Theme: Jerusalem and Babylon
In these lessons we focus on heaven as the place where God and his redeemed people will dwell forever.
Scripture: Revelation 21
It’s really not possible to come to this chapter at this point in the Bible, right at the end, without realizing that when John has this vision of the new Jerusalem coming down out of heaven, this is in contrast to practically all of the great themes preceding this that have to do with our normal, earthly expectations. Jerusalem is certainly contrasted with Babylon, which is mentioned just a few chapters before. Babylon stands for everything that is human in opposition to God.
You have a great history of Babylon in the symbolism of Babylon in the Old Testament. You find it way back in the Book of Genesis. Nimrod is the one who built Babylon. This man is described as a mighty warrior, a man who set out to found the first world empire, to bring people together by force of arms, and to set up his kingdom. That’s Babylon, and Babylon grew, and flourished, and became the Babylon of Nebuchadnezzar. The Book of Daniel shows an interaction of a spiritually-minded man with the kind of secularism that was present in that city, symbolized by Nebuchadnezzar, who stood and looked out over Babylon from the roof of his palace and said, “Is this not mighty Babylon that I have built by my power for my glory in the strength of my majesty.”
Babylon’s a secular city. It’s of man, and it’s by man, and it’s for man’s glory. And because it’s established in that way without reference to God, it’s also a very, very wicked place. And it falls. It fell historically, never to rise again. And here in the Book of Revelation, it falls spiritually, as Babylon—which represents all of the secularism of the world, all of the hostility of the world, all of the machinations of the minds of the men and the women of the world against God—is brought down. You have that great fall of Babylon in Revelation 18, and the woes pronounced over the mighty city by the kings of the earth, the merchants of the world, and the sea captains: “Woe, woe,” they say to Babylon the great, for she has fallen, never to rise again.
You have that contrast, a secular city on the one hand, and here in chapter 21 the heavenly city, which is the destiny of God’s saints. I think it wouldn’t be fair, however, to make the contrast merely between earthly Babylon and the heavenly Jerusalem without recognizing that there is also another contrast that strikes much closer to home. We who, by the grace of God, have come to know Him through Jesus Christ, could easily say, “Well, of course, naturally, we’re with Jerusalem. We’re not with Babylon. That’s the world.” We could sort of pat ourselves on the back at that point and not realize that not only do we have the contrast between Babylon and Jerusalem, but we also have the contrast between earthly Jerusalem and the heavenly Jerusalem that comes down from heaven from God.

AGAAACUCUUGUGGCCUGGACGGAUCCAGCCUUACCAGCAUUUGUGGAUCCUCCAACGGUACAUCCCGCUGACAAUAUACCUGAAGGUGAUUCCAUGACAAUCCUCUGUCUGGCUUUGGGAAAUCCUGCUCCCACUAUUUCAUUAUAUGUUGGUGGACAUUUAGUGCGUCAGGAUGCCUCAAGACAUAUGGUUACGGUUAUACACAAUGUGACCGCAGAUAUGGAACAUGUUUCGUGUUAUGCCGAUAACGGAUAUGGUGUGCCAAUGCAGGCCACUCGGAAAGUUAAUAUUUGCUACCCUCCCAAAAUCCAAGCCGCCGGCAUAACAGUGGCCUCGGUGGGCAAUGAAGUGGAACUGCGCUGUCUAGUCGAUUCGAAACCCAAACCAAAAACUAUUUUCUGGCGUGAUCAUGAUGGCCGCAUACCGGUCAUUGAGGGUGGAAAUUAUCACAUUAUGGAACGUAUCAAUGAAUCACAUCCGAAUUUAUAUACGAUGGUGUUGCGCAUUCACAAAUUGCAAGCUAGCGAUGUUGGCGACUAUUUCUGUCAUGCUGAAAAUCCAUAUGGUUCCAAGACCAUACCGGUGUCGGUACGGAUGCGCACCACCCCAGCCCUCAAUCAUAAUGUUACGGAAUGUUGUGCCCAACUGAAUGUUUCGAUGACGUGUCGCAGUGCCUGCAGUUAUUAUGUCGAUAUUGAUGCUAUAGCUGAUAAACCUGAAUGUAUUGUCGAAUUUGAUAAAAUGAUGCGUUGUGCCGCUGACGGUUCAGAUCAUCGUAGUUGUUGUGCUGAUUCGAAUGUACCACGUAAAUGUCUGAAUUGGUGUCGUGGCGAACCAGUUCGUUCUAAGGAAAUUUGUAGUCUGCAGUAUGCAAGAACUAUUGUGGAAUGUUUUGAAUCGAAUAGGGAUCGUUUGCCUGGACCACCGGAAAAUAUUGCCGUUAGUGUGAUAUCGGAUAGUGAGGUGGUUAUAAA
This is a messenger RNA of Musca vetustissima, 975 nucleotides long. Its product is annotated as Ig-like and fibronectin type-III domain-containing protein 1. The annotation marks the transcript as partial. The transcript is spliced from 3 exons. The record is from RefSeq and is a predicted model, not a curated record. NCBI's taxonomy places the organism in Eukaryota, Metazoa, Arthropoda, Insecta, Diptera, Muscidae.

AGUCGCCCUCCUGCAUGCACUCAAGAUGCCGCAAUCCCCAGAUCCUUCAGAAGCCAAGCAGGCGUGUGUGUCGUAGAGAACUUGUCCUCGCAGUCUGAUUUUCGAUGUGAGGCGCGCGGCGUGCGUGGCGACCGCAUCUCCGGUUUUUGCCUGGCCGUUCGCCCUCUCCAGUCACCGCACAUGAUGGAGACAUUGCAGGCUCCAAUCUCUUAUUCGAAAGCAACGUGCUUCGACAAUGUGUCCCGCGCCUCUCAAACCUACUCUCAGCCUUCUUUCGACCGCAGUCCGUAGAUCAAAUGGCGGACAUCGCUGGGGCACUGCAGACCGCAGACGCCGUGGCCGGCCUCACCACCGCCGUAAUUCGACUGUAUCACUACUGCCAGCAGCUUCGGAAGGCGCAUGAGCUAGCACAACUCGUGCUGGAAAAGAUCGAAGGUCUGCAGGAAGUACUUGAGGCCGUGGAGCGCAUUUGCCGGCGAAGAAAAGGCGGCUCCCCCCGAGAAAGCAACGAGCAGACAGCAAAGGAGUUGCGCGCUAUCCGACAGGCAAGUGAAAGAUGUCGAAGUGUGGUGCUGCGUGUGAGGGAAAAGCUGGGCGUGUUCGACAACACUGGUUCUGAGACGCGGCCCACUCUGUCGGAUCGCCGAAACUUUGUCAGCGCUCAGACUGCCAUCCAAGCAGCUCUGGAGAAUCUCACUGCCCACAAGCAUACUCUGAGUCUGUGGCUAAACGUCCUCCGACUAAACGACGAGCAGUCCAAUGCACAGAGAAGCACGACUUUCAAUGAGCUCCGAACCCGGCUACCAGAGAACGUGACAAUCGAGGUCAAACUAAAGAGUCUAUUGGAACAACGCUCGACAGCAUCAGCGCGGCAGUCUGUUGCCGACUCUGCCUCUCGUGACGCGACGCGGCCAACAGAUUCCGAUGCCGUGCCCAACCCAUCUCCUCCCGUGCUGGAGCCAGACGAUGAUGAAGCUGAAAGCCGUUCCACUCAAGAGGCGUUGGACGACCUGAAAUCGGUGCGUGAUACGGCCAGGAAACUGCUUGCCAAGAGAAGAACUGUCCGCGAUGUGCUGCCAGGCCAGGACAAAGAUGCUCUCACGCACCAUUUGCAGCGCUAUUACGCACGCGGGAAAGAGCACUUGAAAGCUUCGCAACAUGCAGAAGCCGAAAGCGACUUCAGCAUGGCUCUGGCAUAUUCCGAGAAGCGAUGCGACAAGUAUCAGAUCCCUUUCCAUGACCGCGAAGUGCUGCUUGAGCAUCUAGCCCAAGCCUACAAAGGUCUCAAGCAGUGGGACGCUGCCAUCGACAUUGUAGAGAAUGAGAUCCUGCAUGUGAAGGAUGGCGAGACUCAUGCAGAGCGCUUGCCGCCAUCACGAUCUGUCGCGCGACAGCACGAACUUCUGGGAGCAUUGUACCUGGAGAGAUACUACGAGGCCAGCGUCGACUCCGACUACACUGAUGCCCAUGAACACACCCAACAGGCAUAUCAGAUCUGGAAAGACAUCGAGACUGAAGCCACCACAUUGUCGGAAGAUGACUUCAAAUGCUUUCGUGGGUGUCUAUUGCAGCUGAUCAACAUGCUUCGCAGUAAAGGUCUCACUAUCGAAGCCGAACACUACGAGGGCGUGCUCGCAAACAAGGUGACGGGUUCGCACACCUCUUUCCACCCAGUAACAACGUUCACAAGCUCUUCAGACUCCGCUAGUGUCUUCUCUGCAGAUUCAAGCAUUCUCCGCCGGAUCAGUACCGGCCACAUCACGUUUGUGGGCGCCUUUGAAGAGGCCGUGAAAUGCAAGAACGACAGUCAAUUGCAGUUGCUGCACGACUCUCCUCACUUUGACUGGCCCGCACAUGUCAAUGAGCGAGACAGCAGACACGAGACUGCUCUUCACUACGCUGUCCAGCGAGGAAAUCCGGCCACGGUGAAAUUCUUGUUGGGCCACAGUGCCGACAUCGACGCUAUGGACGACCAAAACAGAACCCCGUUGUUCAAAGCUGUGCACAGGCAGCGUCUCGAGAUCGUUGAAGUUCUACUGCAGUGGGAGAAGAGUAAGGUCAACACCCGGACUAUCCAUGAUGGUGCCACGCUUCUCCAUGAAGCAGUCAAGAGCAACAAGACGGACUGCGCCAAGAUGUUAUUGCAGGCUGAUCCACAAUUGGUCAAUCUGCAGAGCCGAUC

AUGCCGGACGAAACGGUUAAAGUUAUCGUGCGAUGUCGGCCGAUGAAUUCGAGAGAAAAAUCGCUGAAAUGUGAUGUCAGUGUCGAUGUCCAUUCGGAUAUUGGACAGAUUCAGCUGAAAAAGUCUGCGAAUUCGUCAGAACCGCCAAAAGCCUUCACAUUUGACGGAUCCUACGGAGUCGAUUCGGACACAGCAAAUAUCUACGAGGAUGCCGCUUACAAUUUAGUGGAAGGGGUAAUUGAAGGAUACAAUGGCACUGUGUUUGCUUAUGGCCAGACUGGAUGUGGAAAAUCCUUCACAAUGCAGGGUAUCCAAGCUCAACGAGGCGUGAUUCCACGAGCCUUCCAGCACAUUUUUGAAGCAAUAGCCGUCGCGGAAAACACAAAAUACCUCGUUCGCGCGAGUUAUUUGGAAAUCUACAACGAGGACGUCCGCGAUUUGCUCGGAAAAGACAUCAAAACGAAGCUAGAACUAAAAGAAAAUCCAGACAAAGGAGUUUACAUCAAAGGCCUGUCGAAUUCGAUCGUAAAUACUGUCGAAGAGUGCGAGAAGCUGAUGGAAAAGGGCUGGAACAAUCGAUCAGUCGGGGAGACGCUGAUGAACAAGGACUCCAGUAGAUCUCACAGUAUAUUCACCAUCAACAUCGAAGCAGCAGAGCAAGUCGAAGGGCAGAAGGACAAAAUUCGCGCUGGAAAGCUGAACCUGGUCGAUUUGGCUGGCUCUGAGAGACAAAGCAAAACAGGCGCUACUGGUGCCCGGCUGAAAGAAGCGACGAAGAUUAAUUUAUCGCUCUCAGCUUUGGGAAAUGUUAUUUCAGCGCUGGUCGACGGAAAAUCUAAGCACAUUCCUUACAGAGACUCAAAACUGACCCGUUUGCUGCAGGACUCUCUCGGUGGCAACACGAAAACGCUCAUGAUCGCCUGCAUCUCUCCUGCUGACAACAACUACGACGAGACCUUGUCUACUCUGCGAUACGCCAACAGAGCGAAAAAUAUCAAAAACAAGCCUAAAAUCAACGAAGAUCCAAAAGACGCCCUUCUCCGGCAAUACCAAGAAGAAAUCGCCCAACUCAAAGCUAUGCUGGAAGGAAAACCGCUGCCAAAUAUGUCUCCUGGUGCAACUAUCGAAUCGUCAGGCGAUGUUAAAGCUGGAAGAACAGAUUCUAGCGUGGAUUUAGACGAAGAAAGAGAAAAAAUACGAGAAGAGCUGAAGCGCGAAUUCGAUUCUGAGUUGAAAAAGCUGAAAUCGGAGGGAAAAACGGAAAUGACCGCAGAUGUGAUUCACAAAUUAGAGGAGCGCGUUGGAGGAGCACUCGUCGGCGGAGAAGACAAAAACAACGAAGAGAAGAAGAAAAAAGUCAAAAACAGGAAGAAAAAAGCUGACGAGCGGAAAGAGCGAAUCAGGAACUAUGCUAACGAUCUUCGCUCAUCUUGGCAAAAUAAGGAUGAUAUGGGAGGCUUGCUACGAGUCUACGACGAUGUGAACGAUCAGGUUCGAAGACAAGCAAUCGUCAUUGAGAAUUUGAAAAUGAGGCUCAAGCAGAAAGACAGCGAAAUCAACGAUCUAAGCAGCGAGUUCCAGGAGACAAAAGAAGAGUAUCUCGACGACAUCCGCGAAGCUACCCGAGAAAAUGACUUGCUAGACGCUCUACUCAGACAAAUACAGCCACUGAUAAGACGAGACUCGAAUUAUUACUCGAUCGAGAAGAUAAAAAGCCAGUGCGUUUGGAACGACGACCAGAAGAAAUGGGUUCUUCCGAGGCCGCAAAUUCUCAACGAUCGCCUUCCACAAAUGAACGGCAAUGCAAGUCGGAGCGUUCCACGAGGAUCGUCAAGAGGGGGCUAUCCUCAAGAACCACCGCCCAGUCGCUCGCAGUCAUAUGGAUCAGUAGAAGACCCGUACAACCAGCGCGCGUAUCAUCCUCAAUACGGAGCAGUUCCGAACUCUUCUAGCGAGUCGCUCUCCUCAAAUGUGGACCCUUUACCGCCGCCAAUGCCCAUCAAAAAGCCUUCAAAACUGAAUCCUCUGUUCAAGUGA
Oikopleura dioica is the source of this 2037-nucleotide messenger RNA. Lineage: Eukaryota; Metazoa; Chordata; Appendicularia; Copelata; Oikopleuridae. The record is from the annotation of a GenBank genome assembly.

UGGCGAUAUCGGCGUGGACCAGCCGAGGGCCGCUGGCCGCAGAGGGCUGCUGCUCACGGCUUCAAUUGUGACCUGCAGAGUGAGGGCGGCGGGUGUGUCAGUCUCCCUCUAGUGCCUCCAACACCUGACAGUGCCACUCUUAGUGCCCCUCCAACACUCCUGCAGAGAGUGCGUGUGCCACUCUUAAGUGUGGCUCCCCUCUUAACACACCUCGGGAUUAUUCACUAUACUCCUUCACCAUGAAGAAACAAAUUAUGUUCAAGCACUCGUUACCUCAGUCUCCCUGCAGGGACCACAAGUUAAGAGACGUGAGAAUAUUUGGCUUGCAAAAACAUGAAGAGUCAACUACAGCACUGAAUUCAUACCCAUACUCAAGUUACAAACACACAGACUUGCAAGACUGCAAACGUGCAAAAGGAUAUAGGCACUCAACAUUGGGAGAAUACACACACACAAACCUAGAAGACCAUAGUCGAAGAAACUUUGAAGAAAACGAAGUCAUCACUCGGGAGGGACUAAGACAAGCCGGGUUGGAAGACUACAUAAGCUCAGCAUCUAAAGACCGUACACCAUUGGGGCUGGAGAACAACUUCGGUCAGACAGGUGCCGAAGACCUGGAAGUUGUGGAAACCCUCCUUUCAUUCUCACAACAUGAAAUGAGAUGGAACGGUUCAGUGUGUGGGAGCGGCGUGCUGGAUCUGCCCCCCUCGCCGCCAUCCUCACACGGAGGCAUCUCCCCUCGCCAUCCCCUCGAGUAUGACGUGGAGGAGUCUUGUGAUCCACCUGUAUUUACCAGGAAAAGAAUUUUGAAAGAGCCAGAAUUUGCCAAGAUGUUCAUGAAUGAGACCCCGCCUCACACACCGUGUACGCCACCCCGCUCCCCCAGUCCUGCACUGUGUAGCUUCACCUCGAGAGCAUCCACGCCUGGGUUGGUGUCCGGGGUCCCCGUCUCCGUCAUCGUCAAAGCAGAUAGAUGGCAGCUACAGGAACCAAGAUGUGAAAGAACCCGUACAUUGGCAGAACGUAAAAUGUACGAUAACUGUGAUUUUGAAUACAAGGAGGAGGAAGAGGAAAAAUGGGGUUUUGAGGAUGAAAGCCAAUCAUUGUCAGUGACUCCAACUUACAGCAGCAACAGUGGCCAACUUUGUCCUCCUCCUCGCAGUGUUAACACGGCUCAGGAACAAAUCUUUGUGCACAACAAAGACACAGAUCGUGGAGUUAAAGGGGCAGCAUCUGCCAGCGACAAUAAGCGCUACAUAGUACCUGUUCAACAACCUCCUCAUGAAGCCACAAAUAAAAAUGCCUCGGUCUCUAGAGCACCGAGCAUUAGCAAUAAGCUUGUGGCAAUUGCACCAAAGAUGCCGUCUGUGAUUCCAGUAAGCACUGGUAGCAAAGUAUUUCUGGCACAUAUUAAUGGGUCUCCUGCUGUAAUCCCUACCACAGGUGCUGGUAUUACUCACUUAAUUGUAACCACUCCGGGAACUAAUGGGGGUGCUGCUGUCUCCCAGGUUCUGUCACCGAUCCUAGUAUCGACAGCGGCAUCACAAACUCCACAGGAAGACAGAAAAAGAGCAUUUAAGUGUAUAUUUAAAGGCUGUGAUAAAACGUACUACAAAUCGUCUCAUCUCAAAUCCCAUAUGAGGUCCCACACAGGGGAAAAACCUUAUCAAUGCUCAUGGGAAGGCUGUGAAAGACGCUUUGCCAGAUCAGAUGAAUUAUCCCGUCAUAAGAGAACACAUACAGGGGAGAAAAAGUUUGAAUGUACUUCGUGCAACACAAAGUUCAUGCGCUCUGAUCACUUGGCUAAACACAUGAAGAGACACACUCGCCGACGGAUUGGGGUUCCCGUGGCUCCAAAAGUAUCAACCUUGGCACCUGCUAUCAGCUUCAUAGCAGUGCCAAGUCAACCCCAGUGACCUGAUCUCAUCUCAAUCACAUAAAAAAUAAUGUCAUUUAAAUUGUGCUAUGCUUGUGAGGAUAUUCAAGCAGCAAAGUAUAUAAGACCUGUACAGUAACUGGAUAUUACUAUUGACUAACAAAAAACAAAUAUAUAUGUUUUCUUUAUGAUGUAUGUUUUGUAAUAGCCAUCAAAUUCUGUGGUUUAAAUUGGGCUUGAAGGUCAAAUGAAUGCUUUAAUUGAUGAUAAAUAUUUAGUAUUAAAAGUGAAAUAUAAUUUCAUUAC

Earthly Jerusalem was to be a thing of great beauty. It certainly was a thing of great privilege because this is where God established His temple. This is where the worship of the true God, conducted according to the revealed law of God, was practiced. This is the very site in which Jesus Christ, the Son of God, was crucified, giving His life for His people. Earthly Jerusalem was a marvelous thing, and yet sad as it is to say this, it became quite secular and quite wicked as well.
When you turn to Revelation 18, which talks about Babylon, that city is described as the great prostitute, the harlot. But if you turn back to the first chapter of Isaiah and find Isaiah writing to the Jerusalem of his day, you find precisely the same image. The prophet writes: “See how the faithful city [Jerusalem] has become a harlot! She once was full of justice; righteousness used to dwell in her—but now murderers! Your silver has become dross, your choice wine is diluted with water. Your rulers are rebels, companions of thieves; they all love bribes. They chase after gifts. They do not defend the cause of the fatherless; the widow’s case does not come before them” (1:21). That’s what it is to be a prostitute in the sight of God. That’s the wickedness that God has in mind, and this is Jerusalem, you see, that has become that.
That means the church—that which God has called into being and which is to hold forth His glory in Jesus Christ crucified before the world—becomes the harlot. And so the contrast is not merely between Babylon and Jerusalem, but the contrast between the visible, earthly church and the new Jerusalem established by God.
In the Bible “Babylon” is both an actual city and a symbol of opposition against God. Trace the theme of Babylon through Scripture, and note the qualities that characterize it.
How does the new and heavenly Jerusalem of Revelation 21 compare with the earthly city? How are they similar, and how are they different?
Reflection: The church is to be a faithful reflection of the heavenly city of God. In what ways is it doing this? In what ways does it at times not do this?